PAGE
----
An outside contractor making repairs at the FDNY’s emergency dispatch center in downtown Brooklyn pressed the wrong button to open a door — and shut down the agency’s communications system, triggering an hours-long citywide crisis.
Wednesday’s snafu at the FDNY’s MetroTech Center facility forced staffers to rely on ancient methods — pens, paper and telephones rather than digital systems — to gather facts and get word to first responders as 911 calls came in, officials for unions representing the agency’s dispatchers and medics told The Post.
Delays responding to emergency calls ranged from a few minutes to more than an hour, said Oren Barzilay, president of Local 2507, which represents city EMTs and paramedics.
Barzilay said he is unaware of any deaths resulting from the chaos, but added it’s difficult to know whether patients eventually suffered adverse effects because help arrived later than normal.
“If someone has a stroke and you don’t get there on time, their outcome could be worse,” he said.
The shutdown occurred around 11 a.m. when a repairman from communications company Lightpath responded to a report of an earlier glitch at the data center.
The repairman mistook a glass-enclosed button, marked “EPO” for “emergency power off,” for an electronic door release button, so he opened the lid and accidentally shut down the system, workers recalled.
“I’d love to know how someone not authorized was able to get to that switch so easily,” fumed Barzilay. “That should never happen.”
With systems down, workers heroically scrambled to get people to safety.
As firefighters responded to a Queens fire shortly after noon, one borough engine company was responding and providing care 13 miles away to an unconscious patient — until police arrived to whisk the patient away in a squad car to a local hospital, sources said.
About a half hour earlier, another Queens engine company spent an hour performing CPR on a patient until an ambulance could arrive, said Faye Smyth, president of the Local 4959 of the Uniformed Fire Alarm Dispatchers Benevolent Association.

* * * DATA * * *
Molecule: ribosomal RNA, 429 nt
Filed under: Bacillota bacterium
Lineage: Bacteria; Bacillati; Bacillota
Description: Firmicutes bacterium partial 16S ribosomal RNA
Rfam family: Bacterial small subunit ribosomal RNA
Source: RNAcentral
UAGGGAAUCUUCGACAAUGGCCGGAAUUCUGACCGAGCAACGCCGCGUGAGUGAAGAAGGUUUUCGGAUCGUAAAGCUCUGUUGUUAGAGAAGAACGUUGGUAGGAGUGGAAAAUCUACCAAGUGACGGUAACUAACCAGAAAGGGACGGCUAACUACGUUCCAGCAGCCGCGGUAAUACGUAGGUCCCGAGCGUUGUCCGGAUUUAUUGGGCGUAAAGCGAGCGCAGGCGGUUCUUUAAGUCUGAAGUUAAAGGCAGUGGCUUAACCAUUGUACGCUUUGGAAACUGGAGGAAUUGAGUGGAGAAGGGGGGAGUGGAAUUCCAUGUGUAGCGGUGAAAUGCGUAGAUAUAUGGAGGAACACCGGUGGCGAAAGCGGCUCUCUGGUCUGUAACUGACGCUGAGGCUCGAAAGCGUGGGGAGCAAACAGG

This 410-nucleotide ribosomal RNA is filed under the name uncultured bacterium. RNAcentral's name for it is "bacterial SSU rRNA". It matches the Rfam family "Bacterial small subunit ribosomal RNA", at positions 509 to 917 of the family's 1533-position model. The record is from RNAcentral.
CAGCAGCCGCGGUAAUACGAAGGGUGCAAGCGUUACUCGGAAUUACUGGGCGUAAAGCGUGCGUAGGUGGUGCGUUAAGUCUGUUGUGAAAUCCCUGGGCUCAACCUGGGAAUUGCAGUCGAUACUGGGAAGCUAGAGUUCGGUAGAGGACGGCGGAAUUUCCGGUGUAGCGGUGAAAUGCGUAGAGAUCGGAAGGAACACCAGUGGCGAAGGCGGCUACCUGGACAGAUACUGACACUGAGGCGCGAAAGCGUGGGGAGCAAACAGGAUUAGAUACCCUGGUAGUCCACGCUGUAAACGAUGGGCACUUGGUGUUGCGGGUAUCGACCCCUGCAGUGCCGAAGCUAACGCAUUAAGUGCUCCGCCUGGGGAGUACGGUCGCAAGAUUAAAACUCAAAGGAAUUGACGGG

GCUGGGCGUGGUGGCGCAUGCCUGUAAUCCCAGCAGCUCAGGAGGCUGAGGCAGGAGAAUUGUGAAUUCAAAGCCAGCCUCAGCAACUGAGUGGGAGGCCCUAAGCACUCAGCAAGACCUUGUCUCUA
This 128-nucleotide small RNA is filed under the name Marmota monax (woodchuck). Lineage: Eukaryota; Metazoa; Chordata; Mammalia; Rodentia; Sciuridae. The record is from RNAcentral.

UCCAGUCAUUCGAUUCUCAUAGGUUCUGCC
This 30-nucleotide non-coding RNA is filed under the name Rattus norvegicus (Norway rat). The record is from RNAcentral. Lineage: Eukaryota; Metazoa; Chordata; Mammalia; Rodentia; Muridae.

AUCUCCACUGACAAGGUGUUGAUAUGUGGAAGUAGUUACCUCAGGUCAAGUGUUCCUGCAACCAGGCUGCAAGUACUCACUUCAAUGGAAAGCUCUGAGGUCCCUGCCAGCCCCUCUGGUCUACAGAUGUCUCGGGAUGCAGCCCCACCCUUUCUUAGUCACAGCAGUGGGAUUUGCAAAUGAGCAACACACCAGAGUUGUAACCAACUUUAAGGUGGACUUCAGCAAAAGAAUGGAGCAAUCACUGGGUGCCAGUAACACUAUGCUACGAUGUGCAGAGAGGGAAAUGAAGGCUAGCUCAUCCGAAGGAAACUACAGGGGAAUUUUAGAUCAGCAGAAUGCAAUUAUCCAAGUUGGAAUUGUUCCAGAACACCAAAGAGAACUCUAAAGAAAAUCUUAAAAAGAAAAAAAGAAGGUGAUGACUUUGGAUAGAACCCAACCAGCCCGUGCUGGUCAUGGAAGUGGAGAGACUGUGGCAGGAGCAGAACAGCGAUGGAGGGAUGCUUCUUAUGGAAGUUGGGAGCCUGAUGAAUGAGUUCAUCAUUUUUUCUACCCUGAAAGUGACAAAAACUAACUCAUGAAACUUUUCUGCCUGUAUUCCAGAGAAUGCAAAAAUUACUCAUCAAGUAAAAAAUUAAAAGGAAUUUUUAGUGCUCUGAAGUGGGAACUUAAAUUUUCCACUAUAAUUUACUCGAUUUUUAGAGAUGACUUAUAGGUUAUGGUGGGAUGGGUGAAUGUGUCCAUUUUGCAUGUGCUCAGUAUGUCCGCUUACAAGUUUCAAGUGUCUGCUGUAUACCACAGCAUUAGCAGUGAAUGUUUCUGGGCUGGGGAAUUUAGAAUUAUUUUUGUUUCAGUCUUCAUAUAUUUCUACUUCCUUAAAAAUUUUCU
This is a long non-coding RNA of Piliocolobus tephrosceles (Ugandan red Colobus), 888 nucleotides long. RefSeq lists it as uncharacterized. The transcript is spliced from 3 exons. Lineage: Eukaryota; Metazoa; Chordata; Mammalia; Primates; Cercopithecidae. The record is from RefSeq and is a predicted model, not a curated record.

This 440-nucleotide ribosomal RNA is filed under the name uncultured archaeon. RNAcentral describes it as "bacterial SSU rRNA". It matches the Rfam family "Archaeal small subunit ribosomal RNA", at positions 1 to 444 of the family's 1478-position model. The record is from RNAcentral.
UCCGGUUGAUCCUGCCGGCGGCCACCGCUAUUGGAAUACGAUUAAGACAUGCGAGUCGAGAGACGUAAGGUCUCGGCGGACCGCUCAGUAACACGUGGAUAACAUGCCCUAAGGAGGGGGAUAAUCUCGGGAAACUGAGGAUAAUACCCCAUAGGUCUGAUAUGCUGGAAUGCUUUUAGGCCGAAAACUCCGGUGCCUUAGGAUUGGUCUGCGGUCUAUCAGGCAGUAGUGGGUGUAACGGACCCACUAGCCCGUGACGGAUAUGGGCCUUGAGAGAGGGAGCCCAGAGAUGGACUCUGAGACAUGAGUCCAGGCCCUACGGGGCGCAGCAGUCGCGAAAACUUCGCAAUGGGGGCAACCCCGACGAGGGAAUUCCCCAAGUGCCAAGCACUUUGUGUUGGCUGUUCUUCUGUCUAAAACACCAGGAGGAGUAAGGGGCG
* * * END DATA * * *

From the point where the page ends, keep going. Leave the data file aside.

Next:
And firefighters from a Queens ladder company around the same time had to care for an unconscious diabetic until EMTs arrived more than an hour later, she added.
The agency’s radio systems were down until 2:30 p.m., and mobile data terminals out in the field weren’t fully operational until 6 p.m., Smyth and Barzilay said.
Lightpath has assured the city its staffer will no longer be handling its FDNY work, sources said. The company did not immediately return messages seeking comment.
The FDNY said in a statement that its computer-aided dispatch system for firefighters never went offline but that a similar dispatch system for EMS was out for about 90 minutes.
Smyth accused the FDNY of delivering facts with “rose-colored glasses.”
She said the firefighters’ computer system might have continued operating “in house” at the center but more importantly, stopped connecting to mobile data terminals in rigs out in the field — meaning dispatchers were still cut off from first responders for hours.
It was the first time city first responder radio systems were out since the 2003 blackout, Barzilay said.
Smyth said she believes the city must take a hard look at creating a second data center in part to avoid a potential catastrophe should the Brooklyn facility experience a similar shutdown. She said the city was actually better equipped decades ago when each borough had its own center.
“If one of the borough’s lost power, the other four … picked up the slack — once again proving that you should never have all your eggs in one basket,” she said.
City Councilwoman Joann Ariola (R-Queens), who chairs the fire and emergency management committee, was floored after hearing of the shutdown. She said she plans to hold an oversight hearing and “hold the FDNY accountable for not having a backup system.”
“If there’s a problem, they need to correct it and invest in a new system,” she said.
One city source accused Acting Fire Commissioner Laura Kavanagh of trying to take “credit” for overseeing the implementation of the new computer-aided dispatch system last year — but now not wanting “to take the blame for its failure.”
“It’s a serious problem, and the fact that it was discovered in this way is shameful,” the source said.
However, Kavanagh fired back in a statement, saying she is “extremely proud of the work done by our members during this power outage and the fact that the department replaced an aging dispatch system last year with a [computer-aided dispatch] system that continued to function.”
“Had we not acted to replace the aging system last year, it would have ultimately failed,” she insisted.
Rich Calder, Susan Edelman, Larry Celona